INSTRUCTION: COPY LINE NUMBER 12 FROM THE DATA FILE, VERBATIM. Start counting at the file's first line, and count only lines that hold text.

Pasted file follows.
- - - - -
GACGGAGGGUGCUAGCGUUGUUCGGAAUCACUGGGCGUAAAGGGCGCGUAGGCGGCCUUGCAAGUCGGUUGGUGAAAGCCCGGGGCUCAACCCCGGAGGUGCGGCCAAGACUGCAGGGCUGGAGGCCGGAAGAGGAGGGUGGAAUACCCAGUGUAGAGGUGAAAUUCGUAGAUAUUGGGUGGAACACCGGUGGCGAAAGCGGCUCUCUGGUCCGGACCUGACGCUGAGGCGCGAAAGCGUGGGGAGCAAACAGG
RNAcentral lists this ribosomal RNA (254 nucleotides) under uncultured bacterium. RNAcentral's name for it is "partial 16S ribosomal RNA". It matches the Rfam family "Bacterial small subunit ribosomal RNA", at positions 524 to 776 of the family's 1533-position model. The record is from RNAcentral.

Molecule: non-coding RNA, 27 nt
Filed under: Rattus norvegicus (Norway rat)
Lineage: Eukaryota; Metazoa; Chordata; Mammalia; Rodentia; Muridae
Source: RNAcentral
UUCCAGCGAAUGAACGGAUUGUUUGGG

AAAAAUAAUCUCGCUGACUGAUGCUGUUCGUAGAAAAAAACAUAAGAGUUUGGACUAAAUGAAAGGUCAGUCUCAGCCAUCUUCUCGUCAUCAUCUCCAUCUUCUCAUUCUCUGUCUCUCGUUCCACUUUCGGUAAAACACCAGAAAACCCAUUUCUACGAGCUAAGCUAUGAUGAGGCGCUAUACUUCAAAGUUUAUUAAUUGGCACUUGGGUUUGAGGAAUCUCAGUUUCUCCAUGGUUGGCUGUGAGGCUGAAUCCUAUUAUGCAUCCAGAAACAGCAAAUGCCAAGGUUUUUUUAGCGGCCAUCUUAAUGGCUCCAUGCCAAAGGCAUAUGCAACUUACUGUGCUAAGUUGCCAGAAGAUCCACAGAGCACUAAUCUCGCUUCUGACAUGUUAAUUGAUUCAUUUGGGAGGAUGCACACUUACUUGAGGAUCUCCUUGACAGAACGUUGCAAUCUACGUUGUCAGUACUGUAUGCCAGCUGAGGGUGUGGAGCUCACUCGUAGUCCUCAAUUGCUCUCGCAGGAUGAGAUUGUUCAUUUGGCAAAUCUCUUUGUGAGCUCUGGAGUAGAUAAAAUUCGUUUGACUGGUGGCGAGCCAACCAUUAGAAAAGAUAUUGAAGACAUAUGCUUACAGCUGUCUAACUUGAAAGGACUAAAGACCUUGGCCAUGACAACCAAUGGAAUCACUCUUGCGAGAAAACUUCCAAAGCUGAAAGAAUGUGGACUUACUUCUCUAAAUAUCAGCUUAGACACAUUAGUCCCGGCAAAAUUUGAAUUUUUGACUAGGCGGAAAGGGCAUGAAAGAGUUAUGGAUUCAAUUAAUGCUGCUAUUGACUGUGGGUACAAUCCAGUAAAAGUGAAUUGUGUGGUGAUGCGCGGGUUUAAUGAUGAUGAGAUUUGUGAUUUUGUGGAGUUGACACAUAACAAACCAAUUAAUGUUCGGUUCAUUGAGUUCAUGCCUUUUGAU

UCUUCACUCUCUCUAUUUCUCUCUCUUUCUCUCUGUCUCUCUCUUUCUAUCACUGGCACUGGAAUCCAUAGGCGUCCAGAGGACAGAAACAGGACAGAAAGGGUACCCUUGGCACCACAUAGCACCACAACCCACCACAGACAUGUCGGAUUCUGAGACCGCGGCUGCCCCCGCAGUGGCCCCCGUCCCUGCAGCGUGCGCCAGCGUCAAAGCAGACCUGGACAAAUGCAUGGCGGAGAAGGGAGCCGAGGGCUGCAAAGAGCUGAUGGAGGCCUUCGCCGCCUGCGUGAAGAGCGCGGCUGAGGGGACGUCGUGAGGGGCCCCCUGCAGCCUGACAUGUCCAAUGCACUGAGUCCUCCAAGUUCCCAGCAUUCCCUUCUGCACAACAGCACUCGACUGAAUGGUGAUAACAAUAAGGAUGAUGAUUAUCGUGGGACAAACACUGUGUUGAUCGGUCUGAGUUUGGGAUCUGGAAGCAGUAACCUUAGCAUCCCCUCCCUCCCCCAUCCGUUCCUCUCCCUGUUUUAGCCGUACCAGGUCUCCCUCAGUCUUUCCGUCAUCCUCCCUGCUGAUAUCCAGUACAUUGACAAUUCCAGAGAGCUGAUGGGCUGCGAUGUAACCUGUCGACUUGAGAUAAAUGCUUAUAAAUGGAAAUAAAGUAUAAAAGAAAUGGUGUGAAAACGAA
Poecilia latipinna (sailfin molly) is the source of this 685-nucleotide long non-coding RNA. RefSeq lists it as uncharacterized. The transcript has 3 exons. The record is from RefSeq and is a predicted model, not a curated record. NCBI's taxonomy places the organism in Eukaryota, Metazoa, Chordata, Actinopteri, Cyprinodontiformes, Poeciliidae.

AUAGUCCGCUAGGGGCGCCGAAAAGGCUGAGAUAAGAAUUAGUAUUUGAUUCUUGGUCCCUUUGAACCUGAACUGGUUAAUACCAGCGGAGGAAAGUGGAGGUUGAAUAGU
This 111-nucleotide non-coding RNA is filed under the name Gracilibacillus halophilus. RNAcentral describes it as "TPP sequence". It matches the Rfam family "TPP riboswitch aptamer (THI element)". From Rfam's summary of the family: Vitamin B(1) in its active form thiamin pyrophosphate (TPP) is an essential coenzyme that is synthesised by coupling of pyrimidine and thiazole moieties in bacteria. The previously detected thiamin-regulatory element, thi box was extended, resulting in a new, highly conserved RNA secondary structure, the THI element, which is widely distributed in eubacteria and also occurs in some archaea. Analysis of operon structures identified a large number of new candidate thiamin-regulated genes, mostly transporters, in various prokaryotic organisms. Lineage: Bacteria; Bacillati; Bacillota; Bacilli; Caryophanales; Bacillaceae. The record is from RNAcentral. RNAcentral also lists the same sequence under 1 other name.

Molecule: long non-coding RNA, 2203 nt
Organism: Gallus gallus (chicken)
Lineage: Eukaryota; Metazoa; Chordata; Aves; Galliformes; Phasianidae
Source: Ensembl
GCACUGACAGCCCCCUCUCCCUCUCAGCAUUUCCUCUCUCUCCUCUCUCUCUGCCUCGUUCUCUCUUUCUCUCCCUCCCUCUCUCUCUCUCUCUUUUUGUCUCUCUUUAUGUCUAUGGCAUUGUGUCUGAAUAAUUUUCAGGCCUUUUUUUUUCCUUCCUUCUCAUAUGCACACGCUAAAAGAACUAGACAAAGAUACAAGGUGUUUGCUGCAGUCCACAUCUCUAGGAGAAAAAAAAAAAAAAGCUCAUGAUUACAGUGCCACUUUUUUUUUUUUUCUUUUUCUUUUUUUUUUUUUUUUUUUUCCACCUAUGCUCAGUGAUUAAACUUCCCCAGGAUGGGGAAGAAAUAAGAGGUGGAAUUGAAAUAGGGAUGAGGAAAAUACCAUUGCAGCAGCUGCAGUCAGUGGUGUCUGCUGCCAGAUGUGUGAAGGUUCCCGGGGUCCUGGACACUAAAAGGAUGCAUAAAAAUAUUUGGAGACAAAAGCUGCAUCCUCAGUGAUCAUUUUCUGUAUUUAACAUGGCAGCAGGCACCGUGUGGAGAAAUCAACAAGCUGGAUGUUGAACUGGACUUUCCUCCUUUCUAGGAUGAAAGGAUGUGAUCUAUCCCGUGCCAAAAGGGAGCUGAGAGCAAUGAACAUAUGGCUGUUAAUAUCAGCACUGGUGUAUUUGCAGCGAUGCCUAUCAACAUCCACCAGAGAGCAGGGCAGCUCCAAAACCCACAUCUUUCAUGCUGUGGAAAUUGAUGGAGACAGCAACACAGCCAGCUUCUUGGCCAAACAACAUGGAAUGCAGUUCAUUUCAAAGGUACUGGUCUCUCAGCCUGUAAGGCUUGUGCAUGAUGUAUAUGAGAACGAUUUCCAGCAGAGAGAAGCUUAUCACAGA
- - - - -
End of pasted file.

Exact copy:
This 111-nucleotide non-coding RNA is filed under the name Gracilibacillus halophilus. RNAcentral describes it as "TPP sequence". It matches the Rfam family "TPP riboswitch aptamer (THI element)". From Rfam's summary of the family: Vitamin B(1) in its active form thiamin pyrophosphate (TPP) is an essential coenzyme that is synthesised by coupling of pyrimidine and thiazole moieties in bacteria. The previously detected thiamin-regulatory element, thi box was extended, resulting in a new, highly conserved RNA secondary structure, the THI element, which is widely distributed in eubacteria and also occurs in some archaea. Analysis of operon structures identified a large number of new candidate thiamin-regulated genes, mostly transporters, in various prokaryotic organisms. Lineage: Bacteria; Bacillati; Bacillota; Bacilli; Caryophanales; Bacillaceae. The record is from RNAcentral. RNAcentral also lists the same sequence under 1 other name.